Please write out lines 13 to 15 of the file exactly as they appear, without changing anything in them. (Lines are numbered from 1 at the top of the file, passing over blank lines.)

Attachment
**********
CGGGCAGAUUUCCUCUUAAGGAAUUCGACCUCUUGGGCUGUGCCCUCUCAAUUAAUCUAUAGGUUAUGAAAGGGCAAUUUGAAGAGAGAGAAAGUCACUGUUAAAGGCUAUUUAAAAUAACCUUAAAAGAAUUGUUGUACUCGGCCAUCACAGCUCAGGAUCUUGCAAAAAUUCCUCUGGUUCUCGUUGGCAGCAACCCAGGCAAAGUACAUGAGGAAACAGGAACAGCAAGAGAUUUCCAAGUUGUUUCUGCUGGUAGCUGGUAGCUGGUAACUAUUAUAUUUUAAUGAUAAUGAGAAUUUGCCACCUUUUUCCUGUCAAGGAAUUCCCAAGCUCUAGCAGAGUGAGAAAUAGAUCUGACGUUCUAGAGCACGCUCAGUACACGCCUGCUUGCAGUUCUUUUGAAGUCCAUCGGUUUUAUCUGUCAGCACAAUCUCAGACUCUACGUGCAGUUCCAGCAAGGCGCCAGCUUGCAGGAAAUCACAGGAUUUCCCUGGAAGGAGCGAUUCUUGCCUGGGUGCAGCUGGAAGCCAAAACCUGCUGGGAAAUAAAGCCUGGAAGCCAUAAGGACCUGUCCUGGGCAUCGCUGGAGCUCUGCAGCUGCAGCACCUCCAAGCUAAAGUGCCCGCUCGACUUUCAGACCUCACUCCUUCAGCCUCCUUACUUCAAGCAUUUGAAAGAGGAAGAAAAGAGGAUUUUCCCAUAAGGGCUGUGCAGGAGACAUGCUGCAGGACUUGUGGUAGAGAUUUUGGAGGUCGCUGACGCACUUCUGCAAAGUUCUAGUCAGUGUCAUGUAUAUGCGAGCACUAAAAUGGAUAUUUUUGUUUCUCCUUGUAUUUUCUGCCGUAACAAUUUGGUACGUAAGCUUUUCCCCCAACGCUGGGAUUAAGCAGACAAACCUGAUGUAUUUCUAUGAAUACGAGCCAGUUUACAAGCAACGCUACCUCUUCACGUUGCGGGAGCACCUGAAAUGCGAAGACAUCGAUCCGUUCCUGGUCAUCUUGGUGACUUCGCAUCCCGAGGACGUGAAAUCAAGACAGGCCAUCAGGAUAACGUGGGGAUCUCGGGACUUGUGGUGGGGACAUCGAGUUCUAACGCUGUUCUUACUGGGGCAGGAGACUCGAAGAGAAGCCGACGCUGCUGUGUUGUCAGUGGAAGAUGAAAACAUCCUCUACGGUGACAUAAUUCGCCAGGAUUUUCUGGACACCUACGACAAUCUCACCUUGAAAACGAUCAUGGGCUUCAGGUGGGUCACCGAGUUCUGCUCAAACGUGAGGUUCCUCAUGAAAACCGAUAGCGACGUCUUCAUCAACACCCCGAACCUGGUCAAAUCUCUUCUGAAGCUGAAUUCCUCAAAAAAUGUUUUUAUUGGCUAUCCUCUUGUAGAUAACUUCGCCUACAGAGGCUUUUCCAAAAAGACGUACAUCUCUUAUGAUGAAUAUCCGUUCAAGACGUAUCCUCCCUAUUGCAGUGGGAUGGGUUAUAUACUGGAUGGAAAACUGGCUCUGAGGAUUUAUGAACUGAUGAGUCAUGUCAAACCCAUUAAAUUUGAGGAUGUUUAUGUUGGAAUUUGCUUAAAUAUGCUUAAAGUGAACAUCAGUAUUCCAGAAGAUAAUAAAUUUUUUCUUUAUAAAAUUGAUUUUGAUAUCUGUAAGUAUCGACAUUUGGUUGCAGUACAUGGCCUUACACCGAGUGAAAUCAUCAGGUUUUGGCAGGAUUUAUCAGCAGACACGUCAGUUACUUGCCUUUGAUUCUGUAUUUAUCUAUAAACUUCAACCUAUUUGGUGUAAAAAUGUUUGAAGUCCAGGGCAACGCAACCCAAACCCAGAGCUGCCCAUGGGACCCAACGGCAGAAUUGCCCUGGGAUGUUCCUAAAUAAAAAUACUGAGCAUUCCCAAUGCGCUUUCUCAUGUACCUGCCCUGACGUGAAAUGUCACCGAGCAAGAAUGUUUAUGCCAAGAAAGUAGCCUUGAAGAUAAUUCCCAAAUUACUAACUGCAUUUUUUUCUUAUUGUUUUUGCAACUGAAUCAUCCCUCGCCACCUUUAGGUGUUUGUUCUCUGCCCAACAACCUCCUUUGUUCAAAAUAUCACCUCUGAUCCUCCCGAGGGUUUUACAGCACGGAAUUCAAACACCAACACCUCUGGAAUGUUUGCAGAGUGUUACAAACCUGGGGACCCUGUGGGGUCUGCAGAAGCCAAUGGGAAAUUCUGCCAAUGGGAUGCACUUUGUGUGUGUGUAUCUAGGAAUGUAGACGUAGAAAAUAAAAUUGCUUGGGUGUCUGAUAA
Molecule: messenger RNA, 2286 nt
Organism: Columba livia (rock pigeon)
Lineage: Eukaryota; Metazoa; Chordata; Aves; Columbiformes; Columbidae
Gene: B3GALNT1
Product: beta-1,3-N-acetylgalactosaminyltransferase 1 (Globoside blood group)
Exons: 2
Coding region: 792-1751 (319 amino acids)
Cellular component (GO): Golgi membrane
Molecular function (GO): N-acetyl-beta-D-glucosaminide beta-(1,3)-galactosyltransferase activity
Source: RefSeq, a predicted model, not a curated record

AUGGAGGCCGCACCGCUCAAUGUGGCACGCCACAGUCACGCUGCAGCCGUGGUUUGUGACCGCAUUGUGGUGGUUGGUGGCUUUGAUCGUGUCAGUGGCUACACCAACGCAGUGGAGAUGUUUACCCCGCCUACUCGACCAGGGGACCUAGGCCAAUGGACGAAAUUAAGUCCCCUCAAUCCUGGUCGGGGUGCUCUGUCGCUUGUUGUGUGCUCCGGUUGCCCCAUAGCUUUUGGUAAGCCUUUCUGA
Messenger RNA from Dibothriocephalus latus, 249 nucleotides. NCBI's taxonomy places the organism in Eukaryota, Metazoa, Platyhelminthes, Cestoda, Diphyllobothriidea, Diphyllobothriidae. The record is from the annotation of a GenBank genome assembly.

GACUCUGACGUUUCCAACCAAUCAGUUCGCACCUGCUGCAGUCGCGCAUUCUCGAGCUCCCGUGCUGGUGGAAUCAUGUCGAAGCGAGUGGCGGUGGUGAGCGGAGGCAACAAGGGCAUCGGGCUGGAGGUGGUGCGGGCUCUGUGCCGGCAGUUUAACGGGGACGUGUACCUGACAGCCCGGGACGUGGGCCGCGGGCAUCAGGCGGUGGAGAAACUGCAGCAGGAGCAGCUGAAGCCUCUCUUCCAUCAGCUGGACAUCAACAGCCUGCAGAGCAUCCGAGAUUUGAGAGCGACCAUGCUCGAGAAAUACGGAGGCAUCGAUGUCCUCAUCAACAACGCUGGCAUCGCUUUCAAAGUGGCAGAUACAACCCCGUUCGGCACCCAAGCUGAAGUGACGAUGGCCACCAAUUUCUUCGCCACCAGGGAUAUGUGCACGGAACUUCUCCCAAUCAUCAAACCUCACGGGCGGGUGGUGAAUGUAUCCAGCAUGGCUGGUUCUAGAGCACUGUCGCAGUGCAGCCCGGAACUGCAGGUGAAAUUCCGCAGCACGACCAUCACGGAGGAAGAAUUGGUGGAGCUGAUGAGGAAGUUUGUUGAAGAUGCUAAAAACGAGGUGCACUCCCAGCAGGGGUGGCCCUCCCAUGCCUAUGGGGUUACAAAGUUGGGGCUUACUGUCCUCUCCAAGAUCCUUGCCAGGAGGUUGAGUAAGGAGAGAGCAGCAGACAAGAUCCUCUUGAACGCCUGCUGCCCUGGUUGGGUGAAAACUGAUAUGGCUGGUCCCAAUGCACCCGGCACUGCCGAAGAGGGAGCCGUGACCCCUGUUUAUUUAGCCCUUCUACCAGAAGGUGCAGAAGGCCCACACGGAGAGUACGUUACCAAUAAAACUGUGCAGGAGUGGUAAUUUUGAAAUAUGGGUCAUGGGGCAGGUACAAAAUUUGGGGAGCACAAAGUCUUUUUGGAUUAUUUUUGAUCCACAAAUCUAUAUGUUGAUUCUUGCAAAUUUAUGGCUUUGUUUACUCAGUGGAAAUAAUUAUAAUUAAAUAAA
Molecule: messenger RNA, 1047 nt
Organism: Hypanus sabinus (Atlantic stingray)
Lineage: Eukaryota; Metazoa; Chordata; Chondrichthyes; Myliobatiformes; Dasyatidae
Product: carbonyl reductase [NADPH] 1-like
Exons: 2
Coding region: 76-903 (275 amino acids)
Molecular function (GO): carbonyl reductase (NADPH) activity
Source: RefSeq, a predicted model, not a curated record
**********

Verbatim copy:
Messenger RNA from Dibothriocephalus latus, 249 nucleotides. NCBI's taxonomy places the organism in Eukaryota, Metazoa, Platyhelminthes, Cestoda, Diphyllobothriidea, Diphyllobothriidae. The record is from the annotation of a GenBank genome assembly.

GACUCUGACGUUUCCAACCAAUCAGUUCGCACCUGCUGCAGUCGCGCAUUCUCGAGCUCCCGUGCUGGUGGAAUCAUGUCGAAGCGAGUGGCGGUGGUGAGCGGAGGCAACAAGGGCAUCGGGCUGGAGGUGGUGCGGGCUCUGUGCCGGCAGUUUAACGGGGACGUGUACCUGACAGCCCGGGACGUGGGCCGCGGGCAUCAGGCGGUGGAGAAACUGCAGCAGGAGCAGCUGAAGCCUCUCUUCCAUCAGCUGGACAUCAACAGCCUGCAGAGCAUCCGAGAUUUGAGAGCGACCAUGCUCGAGAAAUACGGAGGCAUCGAUGUCCUCAUCAACAACGCUGGCAUCGCUUUCAAAGUGGCAGAUACAACCCCGUUCGGCACCCAAGCUGAAGUGACGAUGGCCACCAAUUUCUUCGCCACCAGGGAUAUGUGCACGGAACUUCUCCCAAUCAUCAAACCUCACGGGCGGGUGGUGAAUGUAUCCAGCAUGGCUGGUUCUAGAGCACUGUCGCAGUGCAGCCCGGAACUGCAGGUGAAAUUCCGCAGCACGACCAUCACGGAGGAAGAAUUGGUGGAGCUGAUGAGGAAGUUUGUUGAAGAUGCUAAAAACGAGGUGCACUCCCAGCAGGGGUGGCCCUCCCAUGCCUAUGGGGUUACAAAGUUGGGGCUUACUGUCCUCUCCAAGAUCCUUGCCAGGAGGUUGAGUAAGGAGAGAGCAGCAGACAAGAUCCUCUUGAACGCCUGCUGCCCUGGUUGGGUGAAAACUGAUAUGGCUGGUCCCAAUGCACCCGGCACUGCCGAAGAGGGAGCCGUGACCCCUGUUUAUUUAGCCCUUCUACCAGAAGGUGCAGAAGGCCCACACGGAGAGUACGUUACCAAUAAAACUGUGCAGGAGUGGUAAUUUUGAAAUAUGGGUCAUGGGGCAGGUACAAAAUUUGGGGAGCACAAAGUCUUUUUGGAUUAUUUUUGAUCCACAAAUCUAUAUGUUGAUUCUUGCAAAUUUAUGGCUUUGUUUACUCAGUGGAAAUAAUUAUAAUUAAAUAAA
Molecule: messenger RNA, 1047 nt